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Preventing cervical cancer

Posted Jan 17 2014 6:58am

As part of Cervical Health Awareness Month, Consultant Gynaecological Oncologist Dr Adeola Olaitan offers the following timely advice to women of all ages:

Every year 3000 women in the UK are diagnosed with cervical cance r and it is the most common form of cancer in women aged 35 and under. Cervical cancer forms in the tissues of the cervixAny neck-like structure; most commonly refers to the neck of the uterus. at the entrance to the wombThe uterus.. Over the course of many years the cells lining the surface of the cervix undergo a series of changes and occasionally can become cancerousMalignant, a tumour that may invade surrounding tissues or spread to distant parts of the body.. However, these changes to the cells in the cervix can be detected under a microscope at a very early stage. In routine cervical screeningA way to identify people who may have a certain condition, among a group of people who may or may not seem to, which is also often referred to as the smear test, cells are taken from the cervix to be checked for the presence of any abnormalities. If any are discovered then appropriate treatment can be given that will reduce the risk of cervical cancer actually developing. This is why it is so important for women to attend for screening when they are invited to do so under the NHS National Screening Programme.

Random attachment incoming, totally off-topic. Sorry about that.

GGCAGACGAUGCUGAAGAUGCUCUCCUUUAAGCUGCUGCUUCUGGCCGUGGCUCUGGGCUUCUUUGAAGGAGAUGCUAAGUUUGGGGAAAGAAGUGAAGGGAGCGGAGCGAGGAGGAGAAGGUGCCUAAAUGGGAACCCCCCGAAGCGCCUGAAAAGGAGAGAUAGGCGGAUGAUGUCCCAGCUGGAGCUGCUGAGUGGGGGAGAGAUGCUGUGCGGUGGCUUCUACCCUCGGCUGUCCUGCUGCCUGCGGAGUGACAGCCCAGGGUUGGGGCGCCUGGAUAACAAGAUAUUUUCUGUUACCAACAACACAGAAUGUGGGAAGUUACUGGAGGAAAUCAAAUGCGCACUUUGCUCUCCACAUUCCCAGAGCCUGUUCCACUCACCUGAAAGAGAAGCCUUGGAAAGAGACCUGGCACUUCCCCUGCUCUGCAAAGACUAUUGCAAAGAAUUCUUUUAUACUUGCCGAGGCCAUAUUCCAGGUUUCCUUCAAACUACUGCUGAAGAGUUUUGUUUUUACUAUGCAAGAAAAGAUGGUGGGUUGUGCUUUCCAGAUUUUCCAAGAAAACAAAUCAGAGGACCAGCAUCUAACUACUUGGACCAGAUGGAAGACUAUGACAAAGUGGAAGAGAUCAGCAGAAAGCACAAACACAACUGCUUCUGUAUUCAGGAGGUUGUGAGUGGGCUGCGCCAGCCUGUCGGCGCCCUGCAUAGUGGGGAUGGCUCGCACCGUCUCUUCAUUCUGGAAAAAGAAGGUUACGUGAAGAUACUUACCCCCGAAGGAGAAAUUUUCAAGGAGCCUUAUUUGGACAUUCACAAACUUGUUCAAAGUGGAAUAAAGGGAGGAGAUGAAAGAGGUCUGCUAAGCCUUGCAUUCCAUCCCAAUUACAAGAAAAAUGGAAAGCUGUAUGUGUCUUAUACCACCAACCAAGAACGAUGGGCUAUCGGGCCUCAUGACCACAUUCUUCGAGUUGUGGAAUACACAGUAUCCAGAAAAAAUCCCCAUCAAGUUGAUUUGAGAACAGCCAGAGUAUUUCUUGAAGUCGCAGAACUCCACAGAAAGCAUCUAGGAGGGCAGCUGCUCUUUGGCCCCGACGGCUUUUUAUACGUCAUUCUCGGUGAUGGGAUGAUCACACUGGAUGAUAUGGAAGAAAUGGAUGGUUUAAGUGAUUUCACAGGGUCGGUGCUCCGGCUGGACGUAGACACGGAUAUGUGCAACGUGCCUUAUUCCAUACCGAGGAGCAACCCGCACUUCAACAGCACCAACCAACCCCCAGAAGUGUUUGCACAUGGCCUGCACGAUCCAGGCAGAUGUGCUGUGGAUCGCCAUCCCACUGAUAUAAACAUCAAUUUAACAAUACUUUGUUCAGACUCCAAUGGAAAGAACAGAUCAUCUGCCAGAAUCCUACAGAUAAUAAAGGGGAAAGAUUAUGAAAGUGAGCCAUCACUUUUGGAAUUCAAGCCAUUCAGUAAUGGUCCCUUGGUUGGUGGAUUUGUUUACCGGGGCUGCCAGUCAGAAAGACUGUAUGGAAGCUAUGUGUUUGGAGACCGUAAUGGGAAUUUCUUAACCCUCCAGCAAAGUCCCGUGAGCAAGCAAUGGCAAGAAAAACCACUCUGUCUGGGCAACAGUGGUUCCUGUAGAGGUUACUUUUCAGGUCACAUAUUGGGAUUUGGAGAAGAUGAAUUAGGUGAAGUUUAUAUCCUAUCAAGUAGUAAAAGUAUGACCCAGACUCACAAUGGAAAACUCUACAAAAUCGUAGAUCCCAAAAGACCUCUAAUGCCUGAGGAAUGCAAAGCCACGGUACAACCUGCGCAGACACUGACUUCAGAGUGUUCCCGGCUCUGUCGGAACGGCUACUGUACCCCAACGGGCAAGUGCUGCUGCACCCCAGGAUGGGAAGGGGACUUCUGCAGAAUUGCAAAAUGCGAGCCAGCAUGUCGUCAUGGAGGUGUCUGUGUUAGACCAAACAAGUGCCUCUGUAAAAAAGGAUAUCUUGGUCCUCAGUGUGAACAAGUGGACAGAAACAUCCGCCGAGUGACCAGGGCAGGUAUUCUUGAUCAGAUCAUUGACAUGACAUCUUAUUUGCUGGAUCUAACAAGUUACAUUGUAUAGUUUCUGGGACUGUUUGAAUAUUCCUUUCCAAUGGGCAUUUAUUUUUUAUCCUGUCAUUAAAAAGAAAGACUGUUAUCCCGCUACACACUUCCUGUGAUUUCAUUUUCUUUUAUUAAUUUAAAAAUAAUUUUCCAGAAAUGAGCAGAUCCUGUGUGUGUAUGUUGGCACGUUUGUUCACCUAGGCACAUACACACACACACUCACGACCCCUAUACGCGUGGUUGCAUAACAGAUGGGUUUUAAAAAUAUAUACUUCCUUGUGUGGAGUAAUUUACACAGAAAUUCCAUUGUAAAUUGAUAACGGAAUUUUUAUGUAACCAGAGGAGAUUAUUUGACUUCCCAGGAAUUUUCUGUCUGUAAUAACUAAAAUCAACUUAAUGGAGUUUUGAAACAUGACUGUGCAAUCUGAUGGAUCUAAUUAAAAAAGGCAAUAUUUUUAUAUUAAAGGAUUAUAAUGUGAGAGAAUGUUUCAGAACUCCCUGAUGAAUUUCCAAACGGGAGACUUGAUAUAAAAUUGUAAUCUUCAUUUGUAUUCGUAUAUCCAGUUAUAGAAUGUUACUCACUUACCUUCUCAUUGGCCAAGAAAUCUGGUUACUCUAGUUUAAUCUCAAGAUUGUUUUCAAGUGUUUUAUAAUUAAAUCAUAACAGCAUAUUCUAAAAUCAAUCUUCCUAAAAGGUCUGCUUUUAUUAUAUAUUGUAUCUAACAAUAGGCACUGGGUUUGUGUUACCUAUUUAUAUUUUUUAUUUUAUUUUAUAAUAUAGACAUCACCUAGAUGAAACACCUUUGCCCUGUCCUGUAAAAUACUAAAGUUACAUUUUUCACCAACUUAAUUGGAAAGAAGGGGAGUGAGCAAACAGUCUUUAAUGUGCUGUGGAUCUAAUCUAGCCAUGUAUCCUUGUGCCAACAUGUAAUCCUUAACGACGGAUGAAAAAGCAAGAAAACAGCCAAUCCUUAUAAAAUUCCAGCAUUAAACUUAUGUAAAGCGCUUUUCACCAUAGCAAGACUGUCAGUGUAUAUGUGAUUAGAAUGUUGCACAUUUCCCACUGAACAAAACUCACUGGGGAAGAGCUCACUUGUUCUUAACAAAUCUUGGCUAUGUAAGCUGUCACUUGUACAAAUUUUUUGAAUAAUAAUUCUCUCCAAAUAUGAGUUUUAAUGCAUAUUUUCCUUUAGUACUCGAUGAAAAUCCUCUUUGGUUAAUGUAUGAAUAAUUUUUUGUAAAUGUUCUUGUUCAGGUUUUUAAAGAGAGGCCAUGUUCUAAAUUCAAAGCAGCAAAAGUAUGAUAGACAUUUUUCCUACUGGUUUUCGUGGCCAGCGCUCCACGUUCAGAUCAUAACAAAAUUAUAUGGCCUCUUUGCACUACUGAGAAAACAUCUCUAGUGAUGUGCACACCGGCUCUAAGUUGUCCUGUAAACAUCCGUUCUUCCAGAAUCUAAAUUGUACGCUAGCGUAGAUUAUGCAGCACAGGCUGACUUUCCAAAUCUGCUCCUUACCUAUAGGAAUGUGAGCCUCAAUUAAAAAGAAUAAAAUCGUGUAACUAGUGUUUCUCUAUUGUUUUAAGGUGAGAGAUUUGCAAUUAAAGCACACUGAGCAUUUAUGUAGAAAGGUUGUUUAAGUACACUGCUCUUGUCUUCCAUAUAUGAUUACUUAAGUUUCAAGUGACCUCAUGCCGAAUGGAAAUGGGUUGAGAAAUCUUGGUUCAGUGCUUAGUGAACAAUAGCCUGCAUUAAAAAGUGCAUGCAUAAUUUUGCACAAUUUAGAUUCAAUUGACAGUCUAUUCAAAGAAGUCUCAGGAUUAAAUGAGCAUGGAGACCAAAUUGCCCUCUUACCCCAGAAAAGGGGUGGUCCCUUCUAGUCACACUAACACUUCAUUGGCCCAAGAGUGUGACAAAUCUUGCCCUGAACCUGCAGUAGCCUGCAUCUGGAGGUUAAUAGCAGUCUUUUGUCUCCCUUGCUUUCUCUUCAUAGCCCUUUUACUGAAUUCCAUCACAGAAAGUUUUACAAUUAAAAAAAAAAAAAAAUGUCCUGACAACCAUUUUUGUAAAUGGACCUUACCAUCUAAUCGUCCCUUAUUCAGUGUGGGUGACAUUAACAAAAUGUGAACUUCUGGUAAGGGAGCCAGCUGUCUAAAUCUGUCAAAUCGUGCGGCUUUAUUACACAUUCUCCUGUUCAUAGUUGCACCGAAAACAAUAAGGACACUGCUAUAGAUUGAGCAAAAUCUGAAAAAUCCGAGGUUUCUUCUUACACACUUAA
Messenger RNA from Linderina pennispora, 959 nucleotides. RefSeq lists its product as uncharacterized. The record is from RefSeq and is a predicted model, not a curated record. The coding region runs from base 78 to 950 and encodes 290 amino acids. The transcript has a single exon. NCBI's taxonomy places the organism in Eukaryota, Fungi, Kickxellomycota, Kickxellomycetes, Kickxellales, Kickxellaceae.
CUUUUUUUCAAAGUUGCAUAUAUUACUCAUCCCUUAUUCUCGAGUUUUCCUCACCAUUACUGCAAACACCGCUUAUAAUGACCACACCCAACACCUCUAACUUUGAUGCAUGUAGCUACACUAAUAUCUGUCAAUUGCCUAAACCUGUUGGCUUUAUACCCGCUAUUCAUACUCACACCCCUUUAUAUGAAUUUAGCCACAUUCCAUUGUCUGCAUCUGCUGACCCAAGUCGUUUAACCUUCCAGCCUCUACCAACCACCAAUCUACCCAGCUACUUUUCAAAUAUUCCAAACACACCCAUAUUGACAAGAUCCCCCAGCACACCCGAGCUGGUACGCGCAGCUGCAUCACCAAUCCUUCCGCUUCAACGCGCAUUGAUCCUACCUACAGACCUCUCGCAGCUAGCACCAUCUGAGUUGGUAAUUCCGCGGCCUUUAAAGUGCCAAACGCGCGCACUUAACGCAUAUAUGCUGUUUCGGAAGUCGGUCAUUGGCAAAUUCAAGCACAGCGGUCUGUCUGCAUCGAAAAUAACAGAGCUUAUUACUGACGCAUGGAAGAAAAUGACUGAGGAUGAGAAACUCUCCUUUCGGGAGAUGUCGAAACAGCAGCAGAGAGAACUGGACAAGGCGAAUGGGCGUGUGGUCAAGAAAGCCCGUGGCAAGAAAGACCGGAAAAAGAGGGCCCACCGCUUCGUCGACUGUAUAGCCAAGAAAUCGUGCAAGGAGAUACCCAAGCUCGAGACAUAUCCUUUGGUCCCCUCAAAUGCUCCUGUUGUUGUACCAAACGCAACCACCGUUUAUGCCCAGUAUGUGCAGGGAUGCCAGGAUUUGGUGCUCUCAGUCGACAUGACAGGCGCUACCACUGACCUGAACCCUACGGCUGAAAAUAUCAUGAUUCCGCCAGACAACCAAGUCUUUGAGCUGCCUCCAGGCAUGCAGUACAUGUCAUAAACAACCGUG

In the majority of cases cervical cancer is caused by infectionInvasion by organisms that may be harmful, for example bacteria or parasites. with the human papillomavirus (HPVAn abbreviation for human papilloma virus, a sexually transmitted virus that can cause genital warts and may also have a role in the development of various cancers.). This is a very common virus that most of us will catch at some point in our lives. In most cases, the virus does not do any harm  as our immune systems gets rid of the infection but sometimes it can persist and lead to health problems. There are actually more than 100 different strains of HPV but two particular strains called HPV16 and HPV18 are known to be responsible for 70% of all cases of cervical cancer. However, there is a vaccine against HPV that is offered to girls aged 12 to 13 as part of the NHS childhood vaccinationThe means of producing immunity by stimulating the formation of antibodies. programme. This is delivered largely through secondary schools, and consists of three injections over a period of 12 months. This vaccine helps to protect against cervical cancer.

I would like to stressRelating to injury or concern. that the most effective way of preventing cervical cancer is for women to have regular cervical screening and for younger women to have the HPV vaccine. Cervical cancer is preventable and if detected early enough it is very treatable.

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